The village blacksmith

The village blacksmith

Under a spreading chestnut-tree
⁠The village smithy stands;
The smith, a mighty man is he,
With large and sinewy hands,
And the muscles of his brawny arms
Are strong as iron bands.

Henry Wadsworth Longfellow 1807 – 1882


Charles Turkington 1879 – 1947

Smith and plough-maker

Charles and Margaret Turkington - Moira blacksmith

Charles and Margaret Turkington – Moira blacksmith

In days long gone, every village needed a blacksmith and Moira was no different. It did not matter whether you were a landowner or a labourer, a ploughman or turf cutter, a shop owner or a traveller; sooner or later you needed the strength and skill of the man at the anvil.

For at least two generations, that service was provided in Moira by Turkington’s Blacksmith shop on Main Street, next door to Job Palmer’s shop. His eldest son Sam carried on the business and probably another son Cecil. Tom Kennedy who lived a few doors up the street also worked there. Two of Charles’ brothers also worked as blacksmiths, one in USA and another in New Zealand.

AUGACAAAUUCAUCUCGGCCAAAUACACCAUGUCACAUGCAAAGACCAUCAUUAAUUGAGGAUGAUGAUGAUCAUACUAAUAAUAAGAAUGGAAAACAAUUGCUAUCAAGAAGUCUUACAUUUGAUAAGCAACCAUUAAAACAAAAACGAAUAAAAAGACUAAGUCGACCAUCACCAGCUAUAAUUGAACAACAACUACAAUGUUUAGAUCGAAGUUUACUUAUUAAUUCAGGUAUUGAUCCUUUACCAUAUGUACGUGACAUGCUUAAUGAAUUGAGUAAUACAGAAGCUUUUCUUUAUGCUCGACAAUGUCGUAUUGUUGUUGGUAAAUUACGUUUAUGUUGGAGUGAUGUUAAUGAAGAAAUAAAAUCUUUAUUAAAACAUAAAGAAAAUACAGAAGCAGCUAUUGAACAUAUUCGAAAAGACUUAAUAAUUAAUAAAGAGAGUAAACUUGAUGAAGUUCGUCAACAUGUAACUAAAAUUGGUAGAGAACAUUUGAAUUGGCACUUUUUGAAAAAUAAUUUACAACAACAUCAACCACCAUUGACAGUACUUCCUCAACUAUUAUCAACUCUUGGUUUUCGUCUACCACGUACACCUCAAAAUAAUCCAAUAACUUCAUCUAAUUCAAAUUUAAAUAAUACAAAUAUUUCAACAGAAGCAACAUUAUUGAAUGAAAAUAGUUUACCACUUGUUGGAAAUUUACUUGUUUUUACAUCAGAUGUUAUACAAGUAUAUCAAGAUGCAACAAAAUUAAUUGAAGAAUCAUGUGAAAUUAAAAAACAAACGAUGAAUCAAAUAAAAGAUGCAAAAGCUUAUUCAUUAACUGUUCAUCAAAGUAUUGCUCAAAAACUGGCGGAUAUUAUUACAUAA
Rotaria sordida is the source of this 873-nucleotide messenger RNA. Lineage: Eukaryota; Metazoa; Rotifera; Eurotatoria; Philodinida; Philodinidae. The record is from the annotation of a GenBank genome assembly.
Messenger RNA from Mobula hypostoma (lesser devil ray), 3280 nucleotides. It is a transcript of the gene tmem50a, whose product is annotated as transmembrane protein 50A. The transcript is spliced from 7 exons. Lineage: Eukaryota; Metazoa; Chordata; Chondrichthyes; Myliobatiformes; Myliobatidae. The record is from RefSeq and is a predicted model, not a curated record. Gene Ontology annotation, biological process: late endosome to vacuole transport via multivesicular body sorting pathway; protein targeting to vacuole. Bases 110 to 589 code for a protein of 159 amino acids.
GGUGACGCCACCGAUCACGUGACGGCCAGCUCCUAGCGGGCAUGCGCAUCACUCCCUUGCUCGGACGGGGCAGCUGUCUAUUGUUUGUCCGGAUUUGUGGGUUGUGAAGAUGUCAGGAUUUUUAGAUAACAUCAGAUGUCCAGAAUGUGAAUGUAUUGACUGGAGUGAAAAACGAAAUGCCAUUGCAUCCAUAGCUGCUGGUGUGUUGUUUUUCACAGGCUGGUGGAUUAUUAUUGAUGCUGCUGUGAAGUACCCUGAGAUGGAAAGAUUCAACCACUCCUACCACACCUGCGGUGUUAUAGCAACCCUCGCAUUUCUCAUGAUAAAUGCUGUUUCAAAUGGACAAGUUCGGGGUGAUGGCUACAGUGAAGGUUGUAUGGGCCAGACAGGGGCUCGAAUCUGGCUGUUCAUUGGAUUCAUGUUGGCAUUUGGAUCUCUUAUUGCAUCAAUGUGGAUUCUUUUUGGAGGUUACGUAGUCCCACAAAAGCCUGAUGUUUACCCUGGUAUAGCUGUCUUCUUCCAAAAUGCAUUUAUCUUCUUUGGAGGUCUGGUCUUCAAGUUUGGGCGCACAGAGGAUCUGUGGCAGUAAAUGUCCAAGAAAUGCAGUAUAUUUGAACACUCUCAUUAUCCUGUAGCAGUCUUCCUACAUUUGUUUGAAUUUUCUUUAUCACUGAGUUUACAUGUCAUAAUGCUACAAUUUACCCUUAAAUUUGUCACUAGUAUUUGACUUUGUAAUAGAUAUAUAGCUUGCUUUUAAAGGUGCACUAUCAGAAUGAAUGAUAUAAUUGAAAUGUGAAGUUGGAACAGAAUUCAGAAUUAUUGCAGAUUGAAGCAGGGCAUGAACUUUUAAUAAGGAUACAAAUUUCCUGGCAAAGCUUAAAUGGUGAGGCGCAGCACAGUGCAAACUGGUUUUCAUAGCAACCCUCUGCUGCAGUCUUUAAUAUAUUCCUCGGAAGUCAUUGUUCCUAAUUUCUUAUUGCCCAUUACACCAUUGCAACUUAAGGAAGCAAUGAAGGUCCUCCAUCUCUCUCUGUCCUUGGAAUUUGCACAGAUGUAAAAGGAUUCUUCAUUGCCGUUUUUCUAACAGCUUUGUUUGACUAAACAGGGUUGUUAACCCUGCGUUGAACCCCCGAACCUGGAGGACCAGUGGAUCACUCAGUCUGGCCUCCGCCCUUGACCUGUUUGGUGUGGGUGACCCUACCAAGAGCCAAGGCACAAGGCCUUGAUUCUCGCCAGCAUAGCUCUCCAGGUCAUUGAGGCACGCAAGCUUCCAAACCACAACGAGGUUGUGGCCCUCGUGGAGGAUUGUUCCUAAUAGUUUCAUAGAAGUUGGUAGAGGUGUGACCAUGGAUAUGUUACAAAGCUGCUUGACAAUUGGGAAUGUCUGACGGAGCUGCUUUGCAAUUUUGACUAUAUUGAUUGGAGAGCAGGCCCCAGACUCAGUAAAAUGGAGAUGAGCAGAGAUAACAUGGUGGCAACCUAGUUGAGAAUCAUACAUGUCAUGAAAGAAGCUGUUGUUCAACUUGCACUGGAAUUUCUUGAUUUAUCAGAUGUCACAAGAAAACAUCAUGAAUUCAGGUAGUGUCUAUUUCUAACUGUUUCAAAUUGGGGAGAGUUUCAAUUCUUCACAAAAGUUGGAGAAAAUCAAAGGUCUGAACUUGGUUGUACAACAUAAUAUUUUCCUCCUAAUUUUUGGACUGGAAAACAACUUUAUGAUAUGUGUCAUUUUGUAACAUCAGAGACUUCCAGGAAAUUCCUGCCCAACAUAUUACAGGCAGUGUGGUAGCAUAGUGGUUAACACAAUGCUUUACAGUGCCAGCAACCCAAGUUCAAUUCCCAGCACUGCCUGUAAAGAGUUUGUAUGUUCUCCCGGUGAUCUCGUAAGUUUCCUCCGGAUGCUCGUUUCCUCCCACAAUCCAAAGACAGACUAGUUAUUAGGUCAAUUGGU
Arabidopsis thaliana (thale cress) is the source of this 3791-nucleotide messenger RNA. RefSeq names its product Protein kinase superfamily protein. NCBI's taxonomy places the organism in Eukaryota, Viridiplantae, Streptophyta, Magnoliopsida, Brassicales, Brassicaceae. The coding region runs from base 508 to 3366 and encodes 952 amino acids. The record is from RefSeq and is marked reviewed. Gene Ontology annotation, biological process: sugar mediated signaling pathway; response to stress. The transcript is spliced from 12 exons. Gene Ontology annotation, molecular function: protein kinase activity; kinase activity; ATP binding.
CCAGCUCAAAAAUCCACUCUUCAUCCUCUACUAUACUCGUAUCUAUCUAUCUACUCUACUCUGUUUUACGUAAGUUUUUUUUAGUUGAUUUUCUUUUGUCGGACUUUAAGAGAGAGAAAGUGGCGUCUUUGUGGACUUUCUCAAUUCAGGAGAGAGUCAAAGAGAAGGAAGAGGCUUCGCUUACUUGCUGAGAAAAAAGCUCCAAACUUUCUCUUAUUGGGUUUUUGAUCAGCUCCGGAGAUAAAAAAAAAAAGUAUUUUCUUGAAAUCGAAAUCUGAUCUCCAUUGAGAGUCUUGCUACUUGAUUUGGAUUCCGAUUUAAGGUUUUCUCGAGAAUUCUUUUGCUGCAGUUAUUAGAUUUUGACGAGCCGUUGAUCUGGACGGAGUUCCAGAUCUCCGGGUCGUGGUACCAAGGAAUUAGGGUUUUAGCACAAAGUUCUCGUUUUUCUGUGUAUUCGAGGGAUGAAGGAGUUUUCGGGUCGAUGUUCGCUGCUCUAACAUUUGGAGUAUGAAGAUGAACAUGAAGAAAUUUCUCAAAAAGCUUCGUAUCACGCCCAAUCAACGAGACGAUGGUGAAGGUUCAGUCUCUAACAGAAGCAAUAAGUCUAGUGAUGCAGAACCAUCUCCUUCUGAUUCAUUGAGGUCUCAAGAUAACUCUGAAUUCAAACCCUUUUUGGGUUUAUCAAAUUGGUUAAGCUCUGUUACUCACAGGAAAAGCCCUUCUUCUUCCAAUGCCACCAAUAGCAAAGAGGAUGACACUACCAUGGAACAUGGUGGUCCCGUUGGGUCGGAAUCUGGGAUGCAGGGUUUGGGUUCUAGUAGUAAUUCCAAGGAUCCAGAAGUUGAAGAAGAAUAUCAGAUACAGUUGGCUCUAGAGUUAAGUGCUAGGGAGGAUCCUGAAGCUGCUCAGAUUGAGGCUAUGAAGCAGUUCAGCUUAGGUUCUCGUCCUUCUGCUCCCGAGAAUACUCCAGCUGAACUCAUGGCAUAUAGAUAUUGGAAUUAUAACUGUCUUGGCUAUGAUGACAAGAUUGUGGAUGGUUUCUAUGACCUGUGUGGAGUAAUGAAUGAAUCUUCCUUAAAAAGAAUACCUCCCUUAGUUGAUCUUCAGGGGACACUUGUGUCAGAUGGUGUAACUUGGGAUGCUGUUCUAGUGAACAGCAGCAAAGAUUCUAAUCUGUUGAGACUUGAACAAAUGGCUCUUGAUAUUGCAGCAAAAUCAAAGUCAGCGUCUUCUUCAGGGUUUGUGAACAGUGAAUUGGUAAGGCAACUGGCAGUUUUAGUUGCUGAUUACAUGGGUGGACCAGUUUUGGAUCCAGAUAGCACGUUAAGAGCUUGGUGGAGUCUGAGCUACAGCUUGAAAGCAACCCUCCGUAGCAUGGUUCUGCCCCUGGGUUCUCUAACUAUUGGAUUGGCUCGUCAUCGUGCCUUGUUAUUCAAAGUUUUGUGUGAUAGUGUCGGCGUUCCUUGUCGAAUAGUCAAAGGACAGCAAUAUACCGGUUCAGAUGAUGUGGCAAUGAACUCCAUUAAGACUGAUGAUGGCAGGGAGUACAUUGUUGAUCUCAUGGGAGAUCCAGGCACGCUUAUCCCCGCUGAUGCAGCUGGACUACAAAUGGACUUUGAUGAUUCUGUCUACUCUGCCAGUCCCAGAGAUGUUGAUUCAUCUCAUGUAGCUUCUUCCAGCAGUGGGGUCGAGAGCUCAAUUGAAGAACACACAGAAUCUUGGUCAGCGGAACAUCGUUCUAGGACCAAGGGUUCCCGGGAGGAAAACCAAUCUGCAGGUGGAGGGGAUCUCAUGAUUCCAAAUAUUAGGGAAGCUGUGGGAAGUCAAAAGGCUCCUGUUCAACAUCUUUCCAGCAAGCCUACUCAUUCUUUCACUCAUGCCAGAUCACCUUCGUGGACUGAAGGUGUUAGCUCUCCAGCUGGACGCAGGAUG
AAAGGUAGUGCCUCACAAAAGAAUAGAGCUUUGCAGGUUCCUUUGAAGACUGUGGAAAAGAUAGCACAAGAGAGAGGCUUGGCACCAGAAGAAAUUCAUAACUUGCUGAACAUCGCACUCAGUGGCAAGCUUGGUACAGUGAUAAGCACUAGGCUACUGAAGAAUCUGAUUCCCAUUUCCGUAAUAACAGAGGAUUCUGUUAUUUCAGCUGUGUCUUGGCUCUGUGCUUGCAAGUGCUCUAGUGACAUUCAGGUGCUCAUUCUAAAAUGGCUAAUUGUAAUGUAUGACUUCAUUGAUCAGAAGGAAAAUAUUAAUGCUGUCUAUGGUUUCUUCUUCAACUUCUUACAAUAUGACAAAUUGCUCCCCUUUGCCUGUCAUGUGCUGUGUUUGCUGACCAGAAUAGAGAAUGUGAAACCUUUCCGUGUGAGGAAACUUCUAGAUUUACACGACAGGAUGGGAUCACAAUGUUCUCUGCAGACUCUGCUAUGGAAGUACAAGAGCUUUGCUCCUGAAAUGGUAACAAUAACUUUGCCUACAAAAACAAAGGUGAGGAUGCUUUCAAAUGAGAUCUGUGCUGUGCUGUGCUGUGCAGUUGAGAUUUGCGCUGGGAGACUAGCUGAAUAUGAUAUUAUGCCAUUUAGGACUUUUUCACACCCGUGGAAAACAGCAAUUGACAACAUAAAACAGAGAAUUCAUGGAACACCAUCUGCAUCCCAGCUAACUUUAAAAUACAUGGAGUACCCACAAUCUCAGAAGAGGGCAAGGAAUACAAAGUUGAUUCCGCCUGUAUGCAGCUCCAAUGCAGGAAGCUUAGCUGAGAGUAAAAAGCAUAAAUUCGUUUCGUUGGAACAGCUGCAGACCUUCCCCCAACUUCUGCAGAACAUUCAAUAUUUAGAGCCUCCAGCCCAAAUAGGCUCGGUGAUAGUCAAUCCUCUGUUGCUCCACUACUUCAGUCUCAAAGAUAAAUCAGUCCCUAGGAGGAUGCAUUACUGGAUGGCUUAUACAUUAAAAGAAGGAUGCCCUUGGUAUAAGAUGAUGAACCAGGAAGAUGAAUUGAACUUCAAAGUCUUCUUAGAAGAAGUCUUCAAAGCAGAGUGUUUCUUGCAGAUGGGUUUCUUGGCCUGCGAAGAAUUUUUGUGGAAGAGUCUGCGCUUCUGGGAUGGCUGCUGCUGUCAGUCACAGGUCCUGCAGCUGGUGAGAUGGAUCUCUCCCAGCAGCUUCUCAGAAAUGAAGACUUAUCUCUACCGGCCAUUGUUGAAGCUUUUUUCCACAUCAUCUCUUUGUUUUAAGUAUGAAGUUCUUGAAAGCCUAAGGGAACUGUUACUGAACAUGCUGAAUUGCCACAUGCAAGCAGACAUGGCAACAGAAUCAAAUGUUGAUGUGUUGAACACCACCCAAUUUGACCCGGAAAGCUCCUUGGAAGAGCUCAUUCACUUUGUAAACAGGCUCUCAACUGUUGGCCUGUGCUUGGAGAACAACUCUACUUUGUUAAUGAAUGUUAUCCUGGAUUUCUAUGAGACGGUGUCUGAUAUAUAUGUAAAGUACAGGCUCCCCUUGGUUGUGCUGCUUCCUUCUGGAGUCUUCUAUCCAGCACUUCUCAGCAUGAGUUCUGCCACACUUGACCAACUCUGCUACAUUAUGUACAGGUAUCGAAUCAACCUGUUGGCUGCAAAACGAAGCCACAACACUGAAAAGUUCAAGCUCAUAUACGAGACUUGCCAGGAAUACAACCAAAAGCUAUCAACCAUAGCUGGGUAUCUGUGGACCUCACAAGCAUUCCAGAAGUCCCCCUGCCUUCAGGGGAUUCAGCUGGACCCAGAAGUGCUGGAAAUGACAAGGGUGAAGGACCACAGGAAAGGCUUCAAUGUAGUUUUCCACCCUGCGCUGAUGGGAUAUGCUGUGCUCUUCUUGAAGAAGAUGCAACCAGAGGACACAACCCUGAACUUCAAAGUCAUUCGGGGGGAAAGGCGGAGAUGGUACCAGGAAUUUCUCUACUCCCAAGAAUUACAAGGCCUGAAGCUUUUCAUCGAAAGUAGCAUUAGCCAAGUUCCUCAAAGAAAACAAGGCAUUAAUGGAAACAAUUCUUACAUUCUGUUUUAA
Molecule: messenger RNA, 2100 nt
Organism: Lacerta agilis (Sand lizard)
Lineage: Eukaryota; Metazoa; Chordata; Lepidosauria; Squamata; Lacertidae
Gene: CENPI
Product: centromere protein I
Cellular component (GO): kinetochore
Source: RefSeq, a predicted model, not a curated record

I am grateful to Charles’ grandson Bob Ferris for the use of the family photographs.

Charles Turkington original image. His son Sam is seated on the left of the group.

Market House and Job Palmer's

Market House and Job Palmer’s

Coon’s iconic photograph of Moira almost certainly shows Charles Turkington, with arms folded, standing at the door of his blacksmith shop.